Naysayers who predicted that forcing welfare recipients into the workplace would be a disaster have been proved wrong. Welfare rolls have been cut by nearly 60 percent, helped along by the booming economy of the late '90s. But as Congress considers reauthorizing the 1996 welfare-reform act, the sluggish economy has forced stiffer competition for jobs.
So what's happened to the welfare rolls? Surprising, they've generally remained stable.
The successes of those reforms have simply slowed. Thanks to job training, many of those coming off the welfare rolls gathered the latest skills to compete in the workforce and achieve financial independence.
Of course, many of those remaining on welfare still can't hold a job. Others in poverty simply avoid welfare by dealing in drugs or living with relatives. And if unemployment goes much above its current 5.8 percent level, welfare rolls could increase, as they have in some states.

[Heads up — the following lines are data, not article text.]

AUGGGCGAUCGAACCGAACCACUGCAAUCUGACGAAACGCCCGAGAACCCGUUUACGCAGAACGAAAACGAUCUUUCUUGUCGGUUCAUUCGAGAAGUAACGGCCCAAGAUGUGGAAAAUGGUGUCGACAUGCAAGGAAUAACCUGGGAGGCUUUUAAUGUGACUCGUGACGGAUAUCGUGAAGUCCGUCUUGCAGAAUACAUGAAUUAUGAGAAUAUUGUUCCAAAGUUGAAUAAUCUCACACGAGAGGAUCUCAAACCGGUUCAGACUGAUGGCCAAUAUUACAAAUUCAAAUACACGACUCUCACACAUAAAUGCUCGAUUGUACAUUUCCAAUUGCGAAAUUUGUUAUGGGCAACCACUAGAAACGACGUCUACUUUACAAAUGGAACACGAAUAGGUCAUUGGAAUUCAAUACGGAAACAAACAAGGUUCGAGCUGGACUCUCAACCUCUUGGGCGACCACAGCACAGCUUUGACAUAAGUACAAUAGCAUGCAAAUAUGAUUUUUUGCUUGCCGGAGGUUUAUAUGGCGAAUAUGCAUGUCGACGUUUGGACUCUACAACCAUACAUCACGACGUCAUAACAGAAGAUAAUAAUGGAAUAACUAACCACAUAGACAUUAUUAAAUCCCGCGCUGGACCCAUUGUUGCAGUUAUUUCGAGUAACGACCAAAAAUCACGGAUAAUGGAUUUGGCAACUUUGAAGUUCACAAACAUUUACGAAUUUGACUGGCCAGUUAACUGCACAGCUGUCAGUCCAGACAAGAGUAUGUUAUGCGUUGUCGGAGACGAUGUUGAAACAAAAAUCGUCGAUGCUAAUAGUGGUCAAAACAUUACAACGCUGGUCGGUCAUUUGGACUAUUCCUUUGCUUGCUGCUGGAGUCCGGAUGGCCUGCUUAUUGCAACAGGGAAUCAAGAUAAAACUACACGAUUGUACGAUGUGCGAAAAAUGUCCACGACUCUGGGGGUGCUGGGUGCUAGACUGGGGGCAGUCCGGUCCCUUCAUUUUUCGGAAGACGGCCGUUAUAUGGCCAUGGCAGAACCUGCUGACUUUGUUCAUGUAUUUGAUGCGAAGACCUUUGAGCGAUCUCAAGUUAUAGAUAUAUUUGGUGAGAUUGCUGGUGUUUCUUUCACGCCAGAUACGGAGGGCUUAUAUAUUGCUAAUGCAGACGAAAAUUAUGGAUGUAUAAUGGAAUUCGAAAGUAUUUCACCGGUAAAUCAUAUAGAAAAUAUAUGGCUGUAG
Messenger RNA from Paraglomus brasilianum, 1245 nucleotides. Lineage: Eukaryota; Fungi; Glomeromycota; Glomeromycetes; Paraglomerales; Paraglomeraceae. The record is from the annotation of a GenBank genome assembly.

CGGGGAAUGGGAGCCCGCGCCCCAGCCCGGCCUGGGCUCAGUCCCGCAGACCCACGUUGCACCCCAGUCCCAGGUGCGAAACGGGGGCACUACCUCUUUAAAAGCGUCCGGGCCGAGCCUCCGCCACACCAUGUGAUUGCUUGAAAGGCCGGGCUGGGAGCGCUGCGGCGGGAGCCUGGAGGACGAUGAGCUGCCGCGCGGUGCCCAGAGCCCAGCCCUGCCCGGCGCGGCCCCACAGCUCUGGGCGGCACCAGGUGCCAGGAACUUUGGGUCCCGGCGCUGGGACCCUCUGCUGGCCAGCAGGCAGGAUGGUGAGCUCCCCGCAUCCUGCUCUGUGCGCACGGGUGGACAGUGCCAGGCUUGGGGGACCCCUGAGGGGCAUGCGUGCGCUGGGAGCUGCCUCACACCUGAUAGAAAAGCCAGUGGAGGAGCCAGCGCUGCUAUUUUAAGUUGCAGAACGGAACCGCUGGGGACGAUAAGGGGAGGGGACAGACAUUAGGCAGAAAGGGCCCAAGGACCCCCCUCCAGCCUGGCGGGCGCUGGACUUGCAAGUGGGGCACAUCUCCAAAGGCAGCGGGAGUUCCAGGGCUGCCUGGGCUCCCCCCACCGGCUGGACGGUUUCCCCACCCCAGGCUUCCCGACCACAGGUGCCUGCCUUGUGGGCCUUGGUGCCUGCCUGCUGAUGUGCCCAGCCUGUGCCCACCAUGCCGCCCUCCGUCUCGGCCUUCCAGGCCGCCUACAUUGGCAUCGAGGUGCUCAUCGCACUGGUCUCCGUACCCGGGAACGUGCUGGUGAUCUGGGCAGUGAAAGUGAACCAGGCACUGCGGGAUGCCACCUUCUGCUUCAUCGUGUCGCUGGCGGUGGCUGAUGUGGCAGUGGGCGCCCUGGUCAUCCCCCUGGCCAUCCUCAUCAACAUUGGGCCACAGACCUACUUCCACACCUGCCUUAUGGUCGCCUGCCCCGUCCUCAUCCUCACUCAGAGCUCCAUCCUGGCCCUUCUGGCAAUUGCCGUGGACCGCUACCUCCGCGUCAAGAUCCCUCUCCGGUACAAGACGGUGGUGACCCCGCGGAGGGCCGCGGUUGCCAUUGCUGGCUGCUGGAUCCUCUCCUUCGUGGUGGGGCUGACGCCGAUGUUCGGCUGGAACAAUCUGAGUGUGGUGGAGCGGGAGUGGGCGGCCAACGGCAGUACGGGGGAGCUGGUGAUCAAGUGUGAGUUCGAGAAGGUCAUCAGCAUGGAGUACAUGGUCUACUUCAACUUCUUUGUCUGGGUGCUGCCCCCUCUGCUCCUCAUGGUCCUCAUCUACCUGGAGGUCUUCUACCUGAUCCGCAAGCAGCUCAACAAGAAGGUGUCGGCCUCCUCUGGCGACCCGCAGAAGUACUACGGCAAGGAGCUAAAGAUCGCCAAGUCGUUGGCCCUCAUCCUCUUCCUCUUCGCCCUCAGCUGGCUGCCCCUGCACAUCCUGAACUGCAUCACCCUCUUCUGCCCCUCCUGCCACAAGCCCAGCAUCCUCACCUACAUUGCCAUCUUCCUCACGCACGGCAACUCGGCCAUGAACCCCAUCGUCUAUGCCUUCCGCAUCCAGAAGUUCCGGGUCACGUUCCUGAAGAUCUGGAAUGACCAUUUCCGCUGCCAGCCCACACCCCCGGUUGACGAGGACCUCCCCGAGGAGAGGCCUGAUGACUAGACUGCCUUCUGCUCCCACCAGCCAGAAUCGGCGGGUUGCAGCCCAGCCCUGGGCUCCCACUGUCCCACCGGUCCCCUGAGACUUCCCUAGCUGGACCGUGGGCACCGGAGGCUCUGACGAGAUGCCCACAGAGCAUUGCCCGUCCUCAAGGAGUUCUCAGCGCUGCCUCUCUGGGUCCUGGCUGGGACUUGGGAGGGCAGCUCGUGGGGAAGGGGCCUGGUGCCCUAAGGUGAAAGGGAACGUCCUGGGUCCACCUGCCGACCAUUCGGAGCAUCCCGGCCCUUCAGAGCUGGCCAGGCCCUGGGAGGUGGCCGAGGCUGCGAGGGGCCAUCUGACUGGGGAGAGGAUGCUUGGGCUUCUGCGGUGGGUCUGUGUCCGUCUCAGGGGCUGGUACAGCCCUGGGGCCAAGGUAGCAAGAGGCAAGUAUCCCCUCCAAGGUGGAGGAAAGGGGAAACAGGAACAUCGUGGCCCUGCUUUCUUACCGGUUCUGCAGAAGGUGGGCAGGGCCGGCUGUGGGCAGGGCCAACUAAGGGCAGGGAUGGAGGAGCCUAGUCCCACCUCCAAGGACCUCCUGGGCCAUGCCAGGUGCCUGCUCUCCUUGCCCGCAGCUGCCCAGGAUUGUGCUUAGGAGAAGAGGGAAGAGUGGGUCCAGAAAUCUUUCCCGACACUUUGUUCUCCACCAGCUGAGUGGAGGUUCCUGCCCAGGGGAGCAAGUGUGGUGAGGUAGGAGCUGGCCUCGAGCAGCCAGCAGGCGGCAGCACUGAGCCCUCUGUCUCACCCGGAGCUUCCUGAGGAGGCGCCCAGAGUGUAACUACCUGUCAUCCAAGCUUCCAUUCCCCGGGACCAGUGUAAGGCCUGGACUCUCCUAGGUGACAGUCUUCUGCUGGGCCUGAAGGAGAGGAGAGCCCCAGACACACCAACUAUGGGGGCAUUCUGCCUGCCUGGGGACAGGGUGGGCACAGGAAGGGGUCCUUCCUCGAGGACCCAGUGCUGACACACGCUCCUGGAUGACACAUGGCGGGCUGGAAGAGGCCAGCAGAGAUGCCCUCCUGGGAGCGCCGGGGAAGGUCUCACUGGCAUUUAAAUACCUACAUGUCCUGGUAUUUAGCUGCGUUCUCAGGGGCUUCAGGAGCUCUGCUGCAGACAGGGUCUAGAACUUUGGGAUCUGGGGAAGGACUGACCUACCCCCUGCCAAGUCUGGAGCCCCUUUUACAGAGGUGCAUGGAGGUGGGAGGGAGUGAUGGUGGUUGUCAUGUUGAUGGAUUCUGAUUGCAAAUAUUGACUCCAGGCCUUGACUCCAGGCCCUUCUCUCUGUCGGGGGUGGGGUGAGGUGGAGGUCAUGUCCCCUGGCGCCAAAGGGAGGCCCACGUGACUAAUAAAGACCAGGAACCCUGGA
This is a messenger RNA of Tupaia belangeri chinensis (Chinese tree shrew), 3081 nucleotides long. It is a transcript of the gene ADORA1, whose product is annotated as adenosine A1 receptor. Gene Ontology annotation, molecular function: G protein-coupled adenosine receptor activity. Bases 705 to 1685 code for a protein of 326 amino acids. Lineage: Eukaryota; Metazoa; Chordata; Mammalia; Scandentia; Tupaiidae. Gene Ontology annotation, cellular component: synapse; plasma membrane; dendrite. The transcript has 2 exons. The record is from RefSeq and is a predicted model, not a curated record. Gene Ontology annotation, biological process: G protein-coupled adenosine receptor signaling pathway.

But the bold idea of welfare-to-work has found a permanent place in federal-state policy. Expecting more of people actually does help raise their own standards and behavior. The issue before Congress is how much tougher governments should be in demanding more of those on welfare.
House Republicans passed a bill last month that would increase the work requirement to 40 hours a week. Current recipients must work 20 to 30 hours a week, depending on their children's ages. The bill also would end the option of counting time spent in job training as work.
The Senate, however, has yet to seriously take up the issue. It should look at an alternative idea of giving states more flexibility to tailor programs to individual needs, especially for those who must balance work, training, and child care. Such flexibility is important, because those still on welfare often are more serious cases and may need drug rehabilitation or other kinds of counseling.
Like many parents, single mothers coming off welfare into a job often face high child-care costs but don't earn enough to pay for them. This is a Catch-22 for even the middle class. But Congress should be cautious in creating a secondary form of welfare - child-care subsidies - without strict limits. Federal and state budgets can't afford another ballooning entitlement.
States know better than the federal government how to suit postwelfare requirements to local job markets, day-care situations, and available education. And state taxpayers can decide better than Congress how much to help the needy. This second round of welfare reform needs smarter policies, not more money.